An expert has cast doubt on forecasts the official cash rate (OCR) is set to skyrocket, citing New Zealand's high levels of mortgage debt.
Unemployment unexpectedly fell to 4 percent in the June quarter, raising fears increased wage costs will drive inflation beyond the Reserve Bank's (RBNZ) target of 1-3 percent.
ASB on Wednesday said it now expects the RBNZ to lift the OCR three times before the end of the year, starting with a 25 basis point increase later this month, then again in October and November, bringing the OCR back to where it was before COVID-19 hit.
"As a consequence of the tight labour market, the rate of wage increases in the private sector has lifted sharply and by more than we expected," said senior economist Jane Turner.
Before Wednesday's figures were released, unemployment was widely tipped to fall just a fraction - from 4.7 to 4.5 percent.
Frances Sweetman of Milford Asset Management told The AM Show on Thursday the fall to 4 percent was "massive", the biggest quarterly drop in unemployment on record - and it's not over yet.
"You can see on some statistics that are printed on Jobseeker stats that has continued into July, so the labour market is incredibly tight. It's really hard to know what full employment is, but effectively, [we're there].
"All the messages that we're hearing from every business that we talk to is that they can't employ the people that they need. And wages are rising."
Raising interest rates cools the economy by making it more expensive to borrow, dampening investment. The record-low OCR over the past 18 months has driven skyrocketing property values, Sweetman calling it "the one thing that has the biggest impact on house prices".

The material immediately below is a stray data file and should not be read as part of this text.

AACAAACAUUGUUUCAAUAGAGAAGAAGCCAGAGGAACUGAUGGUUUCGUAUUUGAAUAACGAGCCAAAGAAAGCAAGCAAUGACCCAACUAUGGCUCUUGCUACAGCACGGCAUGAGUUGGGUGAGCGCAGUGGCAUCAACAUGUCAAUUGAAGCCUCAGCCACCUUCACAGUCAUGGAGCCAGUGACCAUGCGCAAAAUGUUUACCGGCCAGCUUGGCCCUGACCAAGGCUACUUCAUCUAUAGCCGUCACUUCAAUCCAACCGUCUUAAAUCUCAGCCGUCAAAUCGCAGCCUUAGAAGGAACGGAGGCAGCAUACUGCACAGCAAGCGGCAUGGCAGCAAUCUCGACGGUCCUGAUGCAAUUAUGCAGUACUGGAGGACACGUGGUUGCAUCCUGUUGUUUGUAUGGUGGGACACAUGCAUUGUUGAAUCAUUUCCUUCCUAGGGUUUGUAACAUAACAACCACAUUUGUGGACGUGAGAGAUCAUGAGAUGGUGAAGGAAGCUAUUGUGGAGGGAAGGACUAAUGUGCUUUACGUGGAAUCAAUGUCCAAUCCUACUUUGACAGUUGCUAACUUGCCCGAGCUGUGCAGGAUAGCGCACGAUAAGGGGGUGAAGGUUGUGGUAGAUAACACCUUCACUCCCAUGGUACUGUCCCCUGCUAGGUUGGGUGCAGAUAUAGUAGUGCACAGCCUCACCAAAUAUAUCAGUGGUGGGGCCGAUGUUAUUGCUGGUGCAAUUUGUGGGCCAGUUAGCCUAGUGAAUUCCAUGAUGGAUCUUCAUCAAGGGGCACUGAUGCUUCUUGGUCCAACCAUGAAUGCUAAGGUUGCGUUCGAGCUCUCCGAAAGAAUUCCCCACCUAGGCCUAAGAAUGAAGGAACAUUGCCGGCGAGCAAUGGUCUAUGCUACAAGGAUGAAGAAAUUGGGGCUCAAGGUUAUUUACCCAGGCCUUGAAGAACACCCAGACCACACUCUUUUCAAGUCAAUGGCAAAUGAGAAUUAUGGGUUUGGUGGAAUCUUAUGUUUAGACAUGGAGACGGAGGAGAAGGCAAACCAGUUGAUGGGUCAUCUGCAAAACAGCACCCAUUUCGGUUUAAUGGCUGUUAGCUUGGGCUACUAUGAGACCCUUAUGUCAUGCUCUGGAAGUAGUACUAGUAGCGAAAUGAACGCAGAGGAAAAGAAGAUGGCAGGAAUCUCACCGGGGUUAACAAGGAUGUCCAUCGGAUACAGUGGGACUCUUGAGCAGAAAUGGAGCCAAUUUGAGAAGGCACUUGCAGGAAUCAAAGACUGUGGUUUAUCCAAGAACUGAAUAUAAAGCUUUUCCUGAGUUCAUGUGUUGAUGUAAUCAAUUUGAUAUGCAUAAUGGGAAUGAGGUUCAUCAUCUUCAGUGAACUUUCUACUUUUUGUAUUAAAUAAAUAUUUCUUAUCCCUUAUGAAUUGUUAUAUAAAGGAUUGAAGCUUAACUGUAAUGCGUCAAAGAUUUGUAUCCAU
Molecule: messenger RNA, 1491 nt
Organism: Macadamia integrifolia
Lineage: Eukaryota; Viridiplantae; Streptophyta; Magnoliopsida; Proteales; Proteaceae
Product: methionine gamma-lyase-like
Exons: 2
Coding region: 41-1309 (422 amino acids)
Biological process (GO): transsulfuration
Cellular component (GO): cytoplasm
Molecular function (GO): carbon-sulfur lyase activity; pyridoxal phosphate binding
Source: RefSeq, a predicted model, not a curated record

She isn't convinced the RBNZ will go as hard on the OCR as ASB expects, citing two reasons. The first is the impact it will have on heavily indebted mortgage holders.
"We've got 50 percent more mortgage debt than we had six years ago. The economy is simply more sensitive to interest rate rises, but it's hard to know how much more sensitive."
First-home buyers will be hit hardest by rising interest rates, she says, even if they stem price inflation - because it will make it more difficult to service the debt, and they tend to borrow more than investors, starting with lower deposits.
"The second reason is that part of this inflation and this strong employment is what's termed as transitory - it's a temporary impact because of COVID. We've got the borders shut, we've gone out and spent a whole lot on goods and we've invested a whole heap in this low interest rate and post-lockdown environment.
"How does the RBNZ unpick when that's going to unravel and what that means on the economy is incredibly difficult."
Sweetman is picking two hikes, then a period of waiting while the RBNZ monitors the effects, before a potential third rise.